The reason our appreciation of Queen Victoria gyrates so wildly is that our world prefers simple, expedient answers.  We don’t like nuances and generally resort to: good people do good things; bad people are sinister and “never the twain shall meet.”  Unfortunately, Queen Victoria doesn’t fit into that neat package.  She used her influence and the British navy to fight the slave trade, yet believed it was Britain’s God-given duty to colonize and civilize the world.  She encouraged legislation that successively gave women better education and employment opportunities, property ownership and even divorce and child custody rights; yet she believed gender equality was “a mad, wicked folly.”  She supported the Reform Act that extended the vote to most working men — even though it eroded her royal power.  She rode on a railway when it was still considered dangerous.  She used chloroform in childbirth when religious leaders were preaching that it was against God’s will.  She was an early advocate of the telegraph, photography and, in later years, the telephone and electric lighting.  Yet, despite her great admiration for science, she still believed she was Queen by “divine providence.”  And even though she was the secular head of the Church of England, she employed Protestants, Catholics, Sikhs, Hindus and Muslims in the Royal Household, and, for years, stubbornly campaigned for (and eventually achieved) religious freedom throughout the British Empire.

In contemporary times, we have the luxury of hindsight and the leisure to judge, and we’ve judged Queen Victoria rather harshly.  Generally, she’s still seen as the reigning queen of a nasty world of Dead Europeans who, by their thoughts, words and deeds, were sinister.  Actually, history isn’t that tidy.  The truth is Queen Victoria was neither a pioneering feminist nor a blood-spattered imperialist; she was simply a person of her time.  She did the best she could with what she had to work with — and it takes a lot of arrogance to criticize anybody for that.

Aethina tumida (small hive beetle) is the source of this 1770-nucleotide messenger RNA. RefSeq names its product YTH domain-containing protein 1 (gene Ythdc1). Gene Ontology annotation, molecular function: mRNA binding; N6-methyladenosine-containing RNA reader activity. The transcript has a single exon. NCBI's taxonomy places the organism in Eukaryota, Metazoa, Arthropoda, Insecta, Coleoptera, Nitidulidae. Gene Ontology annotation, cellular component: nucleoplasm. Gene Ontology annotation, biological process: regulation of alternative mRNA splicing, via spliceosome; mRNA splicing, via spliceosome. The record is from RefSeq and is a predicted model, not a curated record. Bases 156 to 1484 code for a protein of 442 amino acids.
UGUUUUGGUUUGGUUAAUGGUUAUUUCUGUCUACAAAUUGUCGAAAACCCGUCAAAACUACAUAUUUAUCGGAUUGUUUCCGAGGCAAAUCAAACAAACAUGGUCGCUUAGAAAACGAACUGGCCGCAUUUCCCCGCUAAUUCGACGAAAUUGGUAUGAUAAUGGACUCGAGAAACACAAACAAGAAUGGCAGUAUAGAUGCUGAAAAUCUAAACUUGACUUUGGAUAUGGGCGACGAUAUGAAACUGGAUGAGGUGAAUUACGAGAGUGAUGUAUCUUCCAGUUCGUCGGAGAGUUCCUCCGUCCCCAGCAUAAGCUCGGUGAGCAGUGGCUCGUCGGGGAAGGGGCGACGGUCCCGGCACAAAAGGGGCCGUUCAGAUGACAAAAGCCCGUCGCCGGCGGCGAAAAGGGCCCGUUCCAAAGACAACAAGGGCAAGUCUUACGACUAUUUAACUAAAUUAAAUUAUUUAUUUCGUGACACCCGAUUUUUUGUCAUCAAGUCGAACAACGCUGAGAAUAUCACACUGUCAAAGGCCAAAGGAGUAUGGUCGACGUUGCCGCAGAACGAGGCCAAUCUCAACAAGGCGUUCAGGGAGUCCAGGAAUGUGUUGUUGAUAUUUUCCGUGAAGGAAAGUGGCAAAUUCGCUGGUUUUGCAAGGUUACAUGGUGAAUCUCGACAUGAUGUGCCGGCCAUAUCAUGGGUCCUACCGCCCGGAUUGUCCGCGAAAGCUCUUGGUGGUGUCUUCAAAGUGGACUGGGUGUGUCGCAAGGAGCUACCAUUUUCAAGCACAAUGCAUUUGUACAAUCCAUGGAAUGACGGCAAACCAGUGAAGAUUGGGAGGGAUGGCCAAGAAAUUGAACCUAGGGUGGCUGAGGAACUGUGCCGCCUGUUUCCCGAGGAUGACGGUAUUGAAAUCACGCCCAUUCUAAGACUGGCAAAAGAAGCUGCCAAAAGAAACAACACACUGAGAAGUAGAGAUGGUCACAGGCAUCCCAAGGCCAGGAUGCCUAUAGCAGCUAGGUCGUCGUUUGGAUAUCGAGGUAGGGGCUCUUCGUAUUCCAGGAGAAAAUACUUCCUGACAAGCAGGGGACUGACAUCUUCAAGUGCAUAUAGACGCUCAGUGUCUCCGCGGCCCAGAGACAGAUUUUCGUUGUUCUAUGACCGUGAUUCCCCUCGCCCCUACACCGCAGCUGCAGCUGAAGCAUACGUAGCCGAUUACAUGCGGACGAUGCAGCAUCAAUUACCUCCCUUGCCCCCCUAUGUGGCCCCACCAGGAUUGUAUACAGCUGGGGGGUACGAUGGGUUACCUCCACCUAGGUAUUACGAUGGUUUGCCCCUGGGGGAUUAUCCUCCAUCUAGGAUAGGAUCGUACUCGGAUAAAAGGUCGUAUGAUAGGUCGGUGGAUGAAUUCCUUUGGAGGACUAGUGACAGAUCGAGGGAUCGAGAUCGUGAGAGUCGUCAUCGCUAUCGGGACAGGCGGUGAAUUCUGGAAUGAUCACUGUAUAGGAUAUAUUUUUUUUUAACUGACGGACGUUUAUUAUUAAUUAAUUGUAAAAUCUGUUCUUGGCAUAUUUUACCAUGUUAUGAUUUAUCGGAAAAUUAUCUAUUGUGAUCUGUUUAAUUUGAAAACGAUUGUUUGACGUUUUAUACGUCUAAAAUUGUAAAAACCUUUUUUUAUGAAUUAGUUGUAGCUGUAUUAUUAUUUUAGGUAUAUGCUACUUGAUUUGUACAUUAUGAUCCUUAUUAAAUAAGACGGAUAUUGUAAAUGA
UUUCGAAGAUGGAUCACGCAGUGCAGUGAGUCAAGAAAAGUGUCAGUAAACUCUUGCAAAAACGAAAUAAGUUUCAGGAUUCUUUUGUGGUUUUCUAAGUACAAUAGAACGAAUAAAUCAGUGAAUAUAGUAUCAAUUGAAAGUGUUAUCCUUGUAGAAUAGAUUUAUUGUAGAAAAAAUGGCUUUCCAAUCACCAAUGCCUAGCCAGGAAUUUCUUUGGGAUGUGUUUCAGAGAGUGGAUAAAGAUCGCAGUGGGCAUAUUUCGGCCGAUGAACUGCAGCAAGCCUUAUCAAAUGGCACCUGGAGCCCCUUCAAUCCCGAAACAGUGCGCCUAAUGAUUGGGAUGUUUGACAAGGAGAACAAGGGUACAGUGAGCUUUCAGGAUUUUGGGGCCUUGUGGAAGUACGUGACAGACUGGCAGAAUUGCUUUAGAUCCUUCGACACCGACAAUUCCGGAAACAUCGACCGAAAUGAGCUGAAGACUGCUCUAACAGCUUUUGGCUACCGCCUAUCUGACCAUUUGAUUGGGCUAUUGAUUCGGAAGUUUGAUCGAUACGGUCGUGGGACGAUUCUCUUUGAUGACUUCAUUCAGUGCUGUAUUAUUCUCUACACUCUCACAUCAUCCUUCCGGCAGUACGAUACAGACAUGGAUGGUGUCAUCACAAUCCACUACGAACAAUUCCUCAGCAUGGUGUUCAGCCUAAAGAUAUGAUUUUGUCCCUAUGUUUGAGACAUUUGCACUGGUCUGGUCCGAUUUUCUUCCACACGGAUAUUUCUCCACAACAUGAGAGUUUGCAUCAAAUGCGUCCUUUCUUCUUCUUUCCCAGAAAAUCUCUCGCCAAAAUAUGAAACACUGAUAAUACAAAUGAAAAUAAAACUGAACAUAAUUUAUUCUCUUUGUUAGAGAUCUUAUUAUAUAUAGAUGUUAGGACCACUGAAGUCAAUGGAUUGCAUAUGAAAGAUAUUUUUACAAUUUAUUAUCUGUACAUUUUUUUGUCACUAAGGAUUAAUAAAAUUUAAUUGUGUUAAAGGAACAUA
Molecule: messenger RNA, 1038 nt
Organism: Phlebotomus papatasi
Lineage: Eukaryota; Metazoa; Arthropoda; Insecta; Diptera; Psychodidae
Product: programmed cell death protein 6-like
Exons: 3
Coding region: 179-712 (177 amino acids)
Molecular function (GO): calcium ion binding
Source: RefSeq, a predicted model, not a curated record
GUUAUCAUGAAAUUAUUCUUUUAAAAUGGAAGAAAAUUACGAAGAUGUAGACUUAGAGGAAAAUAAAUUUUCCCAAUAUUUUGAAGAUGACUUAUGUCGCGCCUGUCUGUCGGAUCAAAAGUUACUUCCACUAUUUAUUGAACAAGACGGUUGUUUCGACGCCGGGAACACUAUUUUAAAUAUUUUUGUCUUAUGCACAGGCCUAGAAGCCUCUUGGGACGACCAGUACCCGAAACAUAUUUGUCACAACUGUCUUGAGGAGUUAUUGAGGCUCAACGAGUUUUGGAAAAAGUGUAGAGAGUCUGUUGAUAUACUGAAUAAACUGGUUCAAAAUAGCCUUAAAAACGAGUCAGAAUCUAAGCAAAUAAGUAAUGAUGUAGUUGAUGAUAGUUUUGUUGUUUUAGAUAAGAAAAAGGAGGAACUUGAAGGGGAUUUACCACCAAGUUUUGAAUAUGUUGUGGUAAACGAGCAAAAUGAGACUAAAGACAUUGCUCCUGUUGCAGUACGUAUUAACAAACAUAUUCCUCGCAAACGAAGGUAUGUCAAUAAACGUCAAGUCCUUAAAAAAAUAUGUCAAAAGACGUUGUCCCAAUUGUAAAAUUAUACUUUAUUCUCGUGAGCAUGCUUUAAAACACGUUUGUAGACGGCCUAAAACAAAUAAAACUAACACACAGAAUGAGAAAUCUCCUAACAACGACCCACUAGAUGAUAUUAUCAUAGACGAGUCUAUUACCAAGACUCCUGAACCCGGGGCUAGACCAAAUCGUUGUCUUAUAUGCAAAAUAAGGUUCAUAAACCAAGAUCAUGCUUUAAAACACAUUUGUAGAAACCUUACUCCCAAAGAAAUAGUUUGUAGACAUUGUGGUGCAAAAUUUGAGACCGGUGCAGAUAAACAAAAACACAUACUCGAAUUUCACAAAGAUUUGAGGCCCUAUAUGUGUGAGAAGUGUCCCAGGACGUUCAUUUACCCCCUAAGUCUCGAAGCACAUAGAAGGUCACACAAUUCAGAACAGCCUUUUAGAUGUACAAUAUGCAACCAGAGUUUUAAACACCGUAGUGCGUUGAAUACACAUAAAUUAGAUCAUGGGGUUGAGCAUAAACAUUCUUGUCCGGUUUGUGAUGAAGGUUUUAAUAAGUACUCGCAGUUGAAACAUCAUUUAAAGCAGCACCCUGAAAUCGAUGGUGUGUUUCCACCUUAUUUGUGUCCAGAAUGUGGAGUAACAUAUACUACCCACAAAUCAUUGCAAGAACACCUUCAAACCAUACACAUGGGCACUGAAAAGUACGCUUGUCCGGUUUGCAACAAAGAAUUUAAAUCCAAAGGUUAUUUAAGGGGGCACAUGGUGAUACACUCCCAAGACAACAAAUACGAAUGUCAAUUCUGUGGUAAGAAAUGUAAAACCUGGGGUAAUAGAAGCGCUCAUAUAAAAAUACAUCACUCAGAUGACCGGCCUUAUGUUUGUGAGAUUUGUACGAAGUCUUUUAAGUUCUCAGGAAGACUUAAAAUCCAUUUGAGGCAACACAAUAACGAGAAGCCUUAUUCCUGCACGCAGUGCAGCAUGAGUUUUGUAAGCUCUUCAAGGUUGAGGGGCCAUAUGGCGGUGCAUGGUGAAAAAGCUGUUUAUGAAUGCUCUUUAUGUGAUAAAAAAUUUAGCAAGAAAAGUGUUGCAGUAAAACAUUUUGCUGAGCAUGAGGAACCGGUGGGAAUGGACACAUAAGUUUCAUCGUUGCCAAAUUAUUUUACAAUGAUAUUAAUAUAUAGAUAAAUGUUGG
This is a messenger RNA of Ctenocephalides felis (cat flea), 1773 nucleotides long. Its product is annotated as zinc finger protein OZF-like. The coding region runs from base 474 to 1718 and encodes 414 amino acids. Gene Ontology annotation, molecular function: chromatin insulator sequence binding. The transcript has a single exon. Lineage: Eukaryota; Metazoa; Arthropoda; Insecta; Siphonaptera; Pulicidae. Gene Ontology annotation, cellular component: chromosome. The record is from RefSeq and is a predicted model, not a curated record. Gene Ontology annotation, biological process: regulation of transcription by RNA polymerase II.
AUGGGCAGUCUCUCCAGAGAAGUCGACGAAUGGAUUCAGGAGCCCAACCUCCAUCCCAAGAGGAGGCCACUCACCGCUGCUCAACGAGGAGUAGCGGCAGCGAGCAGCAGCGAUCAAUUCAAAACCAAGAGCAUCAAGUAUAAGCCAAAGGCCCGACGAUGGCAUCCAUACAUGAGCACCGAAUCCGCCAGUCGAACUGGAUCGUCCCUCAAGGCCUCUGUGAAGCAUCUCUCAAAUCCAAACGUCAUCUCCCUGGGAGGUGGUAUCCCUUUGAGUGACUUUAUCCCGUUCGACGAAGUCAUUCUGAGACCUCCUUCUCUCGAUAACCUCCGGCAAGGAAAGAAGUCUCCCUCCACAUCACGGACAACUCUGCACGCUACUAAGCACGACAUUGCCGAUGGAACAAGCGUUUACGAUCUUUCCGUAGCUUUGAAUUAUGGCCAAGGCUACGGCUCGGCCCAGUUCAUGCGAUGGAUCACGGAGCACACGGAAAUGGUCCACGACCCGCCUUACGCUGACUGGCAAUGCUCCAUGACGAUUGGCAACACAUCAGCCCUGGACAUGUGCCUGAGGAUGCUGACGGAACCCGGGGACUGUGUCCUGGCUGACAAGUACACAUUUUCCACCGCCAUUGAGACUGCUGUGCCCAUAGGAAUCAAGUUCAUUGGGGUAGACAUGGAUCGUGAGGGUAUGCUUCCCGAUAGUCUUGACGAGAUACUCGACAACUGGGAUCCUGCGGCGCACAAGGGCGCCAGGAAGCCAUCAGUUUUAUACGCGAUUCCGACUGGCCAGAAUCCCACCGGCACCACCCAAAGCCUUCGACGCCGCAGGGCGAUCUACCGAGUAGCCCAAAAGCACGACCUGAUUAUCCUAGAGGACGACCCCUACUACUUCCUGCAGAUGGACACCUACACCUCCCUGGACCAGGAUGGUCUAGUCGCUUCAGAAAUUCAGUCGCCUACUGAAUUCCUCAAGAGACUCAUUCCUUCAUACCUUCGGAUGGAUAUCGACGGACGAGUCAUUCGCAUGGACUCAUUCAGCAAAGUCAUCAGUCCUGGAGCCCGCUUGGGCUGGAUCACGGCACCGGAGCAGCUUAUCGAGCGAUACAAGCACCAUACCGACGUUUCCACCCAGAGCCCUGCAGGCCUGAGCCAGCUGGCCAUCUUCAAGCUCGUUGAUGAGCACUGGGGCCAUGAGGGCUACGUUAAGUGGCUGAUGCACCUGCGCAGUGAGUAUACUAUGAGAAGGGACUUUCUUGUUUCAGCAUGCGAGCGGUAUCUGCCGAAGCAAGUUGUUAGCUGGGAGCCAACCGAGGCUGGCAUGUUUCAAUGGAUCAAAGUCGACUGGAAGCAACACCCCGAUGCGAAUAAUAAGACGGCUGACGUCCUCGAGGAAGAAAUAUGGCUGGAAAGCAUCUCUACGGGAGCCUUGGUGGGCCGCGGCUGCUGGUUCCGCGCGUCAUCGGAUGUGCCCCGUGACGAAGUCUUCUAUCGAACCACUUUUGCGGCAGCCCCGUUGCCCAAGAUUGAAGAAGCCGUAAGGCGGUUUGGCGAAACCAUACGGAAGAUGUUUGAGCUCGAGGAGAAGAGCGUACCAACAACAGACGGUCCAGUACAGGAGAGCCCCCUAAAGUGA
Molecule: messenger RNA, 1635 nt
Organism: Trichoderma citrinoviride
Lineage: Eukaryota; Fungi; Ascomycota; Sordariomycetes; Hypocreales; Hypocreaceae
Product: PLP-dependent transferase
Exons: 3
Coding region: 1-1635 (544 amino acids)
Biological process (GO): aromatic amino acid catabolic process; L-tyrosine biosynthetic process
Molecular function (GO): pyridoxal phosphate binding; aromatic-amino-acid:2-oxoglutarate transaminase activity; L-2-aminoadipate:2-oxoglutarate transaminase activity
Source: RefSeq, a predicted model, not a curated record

Prince George of Cambridge: A Media Doll

royalsUnless you and your pals have just spent the last nine months contemplating the darkest rings of Uranus, you realize the world has a new celebrity, Prince George of Cambridge.  At this writing, he’s still trending somewhere in the stratosphere of ’08 Obama numbers — literally billions of people have stopped whatever they were doing to take a look at the little guy.  Rihanna and Chris Brown can only dream about this kind of coverage and even Kanye Kardashian’s Instagrams of Kim’s North West passage didn’t generate numbers like these.  The babe who will be king will now remain in the media’s spotlight for the rest of his life, his destiny shaped by his grandmother, Princess Diana, arguably our planet’s first World Celebrity.  I’m not going to go into the wherefores and the whys of Princess Di (I have a low threshold of death threats) except to say that the camera loved grandma so much that poor George doesn’t stand a chance.  Good on ya kid, welcome to the fishbowl.